[I ran across this old, very short story of mine the other day and thought I’d post it here.]


Whatever happens next I will not be able to control. That was the first thought that entered my mind when I glimpsed the gun. Strange how your mind sharpens during conflict at the same time your body refuses to budge. I stood still and watched. At least I seem to remember not moving, not changing my position at all. My mind was clicking, though. I knew that at some point my body would have to catch up. —


It had started as such a nice day. I came down to breakfast wearing a new tie. I kissed my wife and wiped a smear of grape jelly from my son’s chin. The coffee was hot, the bacon was crisp.

“No rain today, I think,” my wife said. “Will you be home early? I picked up some steaks. We could grill out. First time this spring.”

“I’ll do my best, babe. You know how things go sometimes,” I said.

“Well, call me. I can always stick them in the broiler,” she said.

I drove into the city with the April sun full in the windshield, a back light to the dirt streaks left by neglected wiper blades. Seemed like a typical day. I greeted my co-workers and snagged the coffee cup from my desk as I made my way to the nearly empty pot in the corner of the room. I had a lot of paperwork. It kept me inside all morning. Things were pretty quiet for a Friday.

By noon it was surprisingly warm. The windows didn’t open, and the air conditioning hadn’t been turned on yet in the old building. Air conditioning wasn’t such a big issue when I was younger. That’s what the older guys say. “When I was a kid,” it usually goes, “we didn’t have air conditioning in school, in our cars, nothing. Don’t know how we survived.” Surviving—applies to other things besides air conditioning. —


I didn’t move, but my eyes were taking everything in–two guys with guns, four people in the store, one clerk behind the counter. And me.

They hadn’t made a move yet. They didn’t know I saw the guns. Well, I only saw the skinny guy’s gun, but I could tell the fat guy had one, too. They were waiting for something, maybe courage. The clerk was oblivious, sacking up bread and cold cuts for the old lady in front of me as I stood there holding my charcoal lighter fluid and beer. I wasn’t sure if I  should get his attention or not. Who knew how he would react? We didn’t need a panic at the moment. —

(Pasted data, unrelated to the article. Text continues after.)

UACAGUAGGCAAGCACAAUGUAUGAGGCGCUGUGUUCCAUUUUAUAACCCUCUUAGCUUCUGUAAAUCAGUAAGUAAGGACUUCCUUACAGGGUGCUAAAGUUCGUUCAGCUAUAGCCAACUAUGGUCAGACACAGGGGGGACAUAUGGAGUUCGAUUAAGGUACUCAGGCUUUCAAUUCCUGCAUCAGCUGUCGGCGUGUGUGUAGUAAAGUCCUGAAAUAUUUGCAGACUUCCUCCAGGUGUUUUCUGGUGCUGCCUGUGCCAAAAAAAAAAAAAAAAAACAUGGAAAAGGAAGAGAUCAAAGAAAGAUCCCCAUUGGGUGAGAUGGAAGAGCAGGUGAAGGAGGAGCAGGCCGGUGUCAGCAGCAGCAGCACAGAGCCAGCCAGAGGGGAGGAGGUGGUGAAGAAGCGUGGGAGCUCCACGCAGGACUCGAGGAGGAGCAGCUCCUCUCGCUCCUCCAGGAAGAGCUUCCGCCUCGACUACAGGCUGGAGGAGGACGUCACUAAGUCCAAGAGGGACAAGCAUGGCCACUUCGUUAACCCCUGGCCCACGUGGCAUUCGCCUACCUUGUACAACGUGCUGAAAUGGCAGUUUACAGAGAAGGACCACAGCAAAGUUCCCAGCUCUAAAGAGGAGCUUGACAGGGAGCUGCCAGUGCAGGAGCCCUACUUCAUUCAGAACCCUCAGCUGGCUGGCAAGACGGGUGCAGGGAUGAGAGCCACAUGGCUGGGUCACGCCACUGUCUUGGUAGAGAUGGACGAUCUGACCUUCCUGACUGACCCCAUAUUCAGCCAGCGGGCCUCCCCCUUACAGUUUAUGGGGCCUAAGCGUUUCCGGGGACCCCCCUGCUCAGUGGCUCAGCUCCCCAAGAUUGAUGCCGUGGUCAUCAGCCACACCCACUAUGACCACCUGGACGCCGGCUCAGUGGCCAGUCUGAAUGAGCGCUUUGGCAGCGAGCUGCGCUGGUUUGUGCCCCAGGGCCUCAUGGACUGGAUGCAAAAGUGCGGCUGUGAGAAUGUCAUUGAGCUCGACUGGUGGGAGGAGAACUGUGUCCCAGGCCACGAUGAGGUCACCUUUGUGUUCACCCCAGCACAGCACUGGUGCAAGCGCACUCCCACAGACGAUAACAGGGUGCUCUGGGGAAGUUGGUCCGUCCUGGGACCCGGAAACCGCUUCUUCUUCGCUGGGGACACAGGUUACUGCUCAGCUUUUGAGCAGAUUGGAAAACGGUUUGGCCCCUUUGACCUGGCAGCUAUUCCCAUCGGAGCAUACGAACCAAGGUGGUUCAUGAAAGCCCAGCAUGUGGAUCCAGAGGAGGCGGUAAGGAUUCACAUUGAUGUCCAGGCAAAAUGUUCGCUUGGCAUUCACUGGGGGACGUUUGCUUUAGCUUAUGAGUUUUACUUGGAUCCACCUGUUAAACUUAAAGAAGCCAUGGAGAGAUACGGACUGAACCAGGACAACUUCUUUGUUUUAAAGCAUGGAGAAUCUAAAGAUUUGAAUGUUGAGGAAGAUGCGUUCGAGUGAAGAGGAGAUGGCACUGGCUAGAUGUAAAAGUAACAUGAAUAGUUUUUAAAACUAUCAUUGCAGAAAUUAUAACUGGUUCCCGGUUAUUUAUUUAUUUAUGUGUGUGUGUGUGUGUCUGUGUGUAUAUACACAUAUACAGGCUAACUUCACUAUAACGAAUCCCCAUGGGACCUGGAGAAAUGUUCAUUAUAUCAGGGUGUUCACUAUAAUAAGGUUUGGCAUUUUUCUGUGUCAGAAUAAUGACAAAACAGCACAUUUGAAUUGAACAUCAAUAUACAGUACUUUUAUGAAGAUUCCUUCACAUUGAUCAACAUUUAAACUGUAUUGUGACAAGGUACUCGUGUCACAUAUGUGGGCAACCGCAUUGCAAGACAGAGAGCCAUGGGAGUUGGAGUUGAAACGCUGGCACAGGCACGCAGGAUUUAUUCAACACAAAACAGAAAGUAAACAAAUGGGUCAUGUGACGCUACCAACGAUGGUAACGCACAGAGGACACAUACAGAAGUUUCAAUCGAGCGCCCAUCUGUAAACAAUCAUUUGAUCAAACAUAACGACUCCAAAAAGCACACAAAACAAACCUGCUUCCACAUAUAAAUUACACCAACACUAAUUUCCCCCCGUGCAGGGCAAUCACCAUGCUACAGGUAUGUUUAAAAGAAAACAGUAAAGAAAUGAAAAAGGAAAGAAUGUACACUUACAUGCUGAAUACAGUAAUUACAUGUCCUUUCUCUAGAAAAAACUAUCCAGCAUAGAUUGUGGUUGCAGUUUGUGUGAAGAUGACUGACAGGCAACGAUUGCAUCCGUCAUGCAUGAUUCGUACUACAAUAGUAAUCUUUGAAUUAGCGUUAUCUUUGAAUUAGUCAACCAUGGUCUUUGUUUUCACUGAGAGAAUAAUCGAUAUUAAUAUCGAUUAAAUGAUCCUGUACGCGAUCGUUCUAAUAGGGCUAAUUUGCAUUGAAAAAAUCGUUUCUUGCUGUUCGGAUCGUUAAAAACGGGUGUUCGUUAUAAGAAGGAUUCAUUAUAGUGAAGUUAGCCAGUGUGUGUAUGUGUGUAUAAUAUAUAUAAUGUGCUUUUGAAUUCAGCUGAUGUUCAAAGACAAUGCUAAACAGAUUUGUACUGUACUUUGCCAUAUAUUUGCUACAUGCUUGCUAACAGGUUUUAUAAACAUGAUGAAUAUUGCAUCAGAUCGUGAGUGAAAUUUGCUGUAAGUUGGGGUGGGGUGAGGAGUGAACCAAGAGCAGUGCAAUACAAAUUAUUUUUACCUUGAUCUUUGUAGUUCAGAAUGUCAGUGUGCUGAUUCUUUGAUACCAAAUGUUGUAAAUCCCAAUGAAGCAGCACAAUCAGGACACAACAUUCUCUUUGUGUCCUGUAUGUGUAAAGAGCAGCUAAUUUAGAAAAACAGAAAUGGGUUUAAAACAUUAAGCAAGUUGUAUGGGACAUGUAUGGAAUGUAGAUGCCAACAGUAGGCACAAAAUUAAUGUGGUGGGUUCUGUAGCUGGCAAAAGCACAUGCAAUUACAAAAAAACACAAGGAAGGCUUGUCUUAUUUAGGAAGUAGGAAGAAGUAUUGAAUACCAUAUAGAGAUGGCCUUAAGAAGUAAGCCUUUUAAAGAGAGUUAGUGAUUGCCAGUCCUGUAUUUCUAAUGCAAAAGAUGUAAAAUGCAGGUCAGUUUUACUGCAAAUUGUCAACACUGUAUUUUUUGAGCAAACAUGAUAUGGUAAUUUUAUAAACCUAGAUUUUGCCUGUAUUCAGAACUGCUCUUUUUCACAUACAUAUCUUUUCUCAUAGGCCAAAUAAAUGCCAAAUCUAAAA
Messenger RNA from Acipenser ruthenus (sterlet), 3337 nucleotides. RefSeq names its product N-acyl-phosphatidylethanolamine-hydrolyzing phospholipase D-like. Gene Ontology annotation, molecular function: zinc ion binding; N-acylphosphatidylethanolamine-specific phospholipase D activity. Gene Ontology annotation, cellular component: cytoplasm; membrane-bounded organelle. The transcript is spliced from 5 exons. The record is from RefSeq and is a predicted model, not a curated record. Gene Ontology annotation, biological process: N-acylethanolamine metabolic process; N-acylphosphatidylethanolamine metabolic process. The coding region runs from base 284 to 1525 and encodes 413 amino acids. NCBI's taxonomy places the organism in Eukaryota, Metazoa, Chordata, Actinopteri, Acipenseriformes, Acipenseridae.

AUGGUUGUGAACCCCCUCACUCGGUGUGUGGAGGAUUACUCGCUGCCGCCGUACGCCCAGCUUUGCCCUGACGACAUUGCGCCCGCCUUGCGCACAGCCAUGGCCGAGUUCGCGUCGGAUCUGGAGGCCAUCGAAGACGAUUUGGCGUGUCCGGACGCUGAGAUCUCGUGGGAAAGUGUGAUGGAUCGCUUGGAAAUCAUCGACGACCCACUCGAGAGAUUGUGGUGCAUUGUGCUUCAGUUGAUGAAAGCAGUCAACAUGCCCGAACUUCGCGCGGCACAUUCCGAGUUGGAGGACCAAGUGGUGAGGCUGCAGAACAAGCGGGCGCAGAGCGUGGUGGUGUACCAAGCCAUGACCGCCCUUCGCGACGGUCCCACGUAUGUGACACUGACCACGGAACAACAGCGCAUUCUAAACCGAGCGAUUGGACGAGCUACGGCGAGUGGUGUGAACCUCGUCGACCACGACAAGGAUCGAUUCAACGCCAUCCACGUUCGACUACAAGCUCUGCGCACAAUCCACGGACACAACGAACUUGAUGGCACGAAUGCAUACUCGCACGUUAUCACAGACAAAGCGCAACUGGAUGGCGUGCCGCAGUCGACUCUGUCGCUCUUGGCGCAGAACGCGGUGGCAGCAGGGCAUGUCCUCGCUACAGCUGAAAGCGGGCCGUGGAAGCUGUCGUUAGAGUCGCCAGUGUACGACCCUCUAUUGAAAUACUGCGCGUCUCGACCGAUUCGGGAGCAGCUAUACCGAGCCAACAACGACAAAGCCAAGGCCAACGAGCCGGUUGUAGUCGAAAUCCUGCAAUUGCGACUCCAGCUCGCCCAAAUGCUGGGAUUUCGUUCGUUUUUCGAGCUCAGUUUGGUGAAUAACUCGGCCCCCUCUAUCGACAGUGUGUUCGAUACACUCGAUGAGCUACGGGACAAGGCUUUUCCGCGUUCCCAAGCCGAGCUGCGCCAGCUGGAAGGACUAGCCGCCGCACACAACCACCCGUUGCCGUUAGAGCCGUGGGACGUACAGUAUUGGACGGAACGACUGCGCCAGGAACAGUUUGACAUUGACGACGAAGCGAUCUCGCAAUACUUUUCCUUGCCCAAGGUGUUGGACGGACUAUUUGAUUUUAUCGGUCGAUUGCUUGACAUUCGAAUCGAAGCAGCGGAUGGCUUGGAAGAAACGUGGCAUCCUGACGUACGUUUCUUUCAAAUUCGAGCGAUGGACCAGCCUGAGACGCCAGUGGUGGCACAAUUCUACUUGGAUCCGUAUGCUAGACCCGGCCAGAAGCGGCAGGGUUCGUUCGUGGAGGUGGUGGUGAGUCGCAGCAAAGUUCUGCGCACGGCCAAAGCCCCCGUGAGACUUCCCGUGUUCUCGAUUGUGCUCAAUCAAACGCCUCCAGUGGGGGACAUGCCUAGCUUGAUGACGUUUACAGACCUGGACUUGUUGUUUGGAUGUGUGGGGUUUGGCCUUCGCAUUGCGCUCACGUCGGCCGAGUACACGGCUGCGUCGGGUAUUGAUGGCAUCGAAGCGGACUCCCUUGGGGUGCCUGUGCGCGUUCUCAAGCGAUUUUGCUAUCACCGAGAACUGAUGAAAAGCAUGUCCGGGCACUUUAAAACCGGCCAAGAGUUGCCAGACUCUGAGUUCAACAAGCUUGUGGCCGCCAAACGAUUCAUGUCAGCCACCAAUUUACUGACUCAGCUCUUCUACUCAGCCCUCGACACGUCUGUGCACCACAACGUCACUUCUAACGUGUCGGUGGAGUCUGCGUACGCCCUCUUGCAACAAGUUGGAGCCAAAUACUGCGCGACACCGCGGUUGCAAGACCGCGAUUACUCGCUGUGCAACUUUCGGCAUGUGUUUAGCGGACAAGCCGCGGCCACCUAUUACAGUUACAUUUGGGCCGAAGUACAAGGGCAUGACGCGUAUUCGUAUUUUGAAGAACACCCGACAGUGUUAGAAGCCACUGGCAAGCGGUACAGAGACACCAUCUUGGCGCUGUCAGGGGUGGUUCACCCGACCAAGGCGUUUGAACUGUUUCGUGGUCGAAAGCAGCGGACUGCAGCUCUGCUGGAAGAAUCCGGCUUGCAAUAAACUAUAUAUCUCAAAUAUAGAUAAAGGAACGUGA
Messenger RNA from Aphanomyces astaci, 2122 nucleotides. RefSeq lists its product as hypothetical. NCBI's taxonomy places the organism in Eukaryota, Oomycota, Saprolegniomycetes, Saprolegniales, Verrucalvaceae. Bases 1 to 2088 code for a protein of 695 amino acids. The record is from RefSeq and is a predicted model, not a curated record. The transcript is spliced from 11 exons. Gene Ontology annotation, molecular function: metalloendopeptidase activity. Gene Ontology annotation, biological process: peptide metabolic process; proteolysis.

Lunch had been a panic. I had driven across town and stopped near one of my favorite delis. There were patrol cars parked on the street, lots of them. I spent half an hour talking to a couple of the police officers about a dead guy. The story was he shot some lady and then turned the gun on himself. I never got to go in the deli. That’s the job, though–one thing after another. I bounced around all over the city, probably made five stops that afternoon. Each one seemed to be in a shabbier neighborhood than the last. It was late afternoon when I finally was able to pull away and head home. I only had to stop and get the lighter fluid to ignite the charcoal for the grill. —


Ignite. That’s what was getting ready to happen. The only thing lacking was a spark. The skinny guy looked nervous. His eyes never stopped jerking back and forth. The heavy guy hung back. He almost looked sleepy. But the sweat rolling down into his eyes gave the lie to his expression.

Two ways you can deal with fire, stomp it out or smother it. That’s after it ignites. How do you keep it from starting in the first place? You have to remove the fuel, or the oxygen or the heat, right? Boy Scout stuff. My body was catching up with my brain.

The little old lady nearly bumped into me as she turned and passed by, cradling her bag like a fullback breaking through a tackle.  I smiled at the clerk as I stepped up. “Hi, how are ya?” I said a little too loudly. “You know I have to say, I travel all over selling security systems to stores like this, and I’m impressed. Your security cameras are top of the line. Tied right into the police station, I bet.” The clerk half smiled and half frowned at me. I caught the skinny guy’s reaction out of the corner of my eye. His eyes bounced like ricocheting pin balls now, taking in every corner of the ceiling. The fat guy woke up and started backing toward the door. Skinny followed him out. I walked to the plate glass window and took down the license plate number as they jumped into the back seat of a waiting car.

“What the heck you talking about, Mike?” I heard the clerk ask me. “You ain’t a cop anymore?”

“Still a cop, Sammie,” I said over my shoulder as the men drove off. “Hang on to my stuff a minute, will ya? I have to make a call.”


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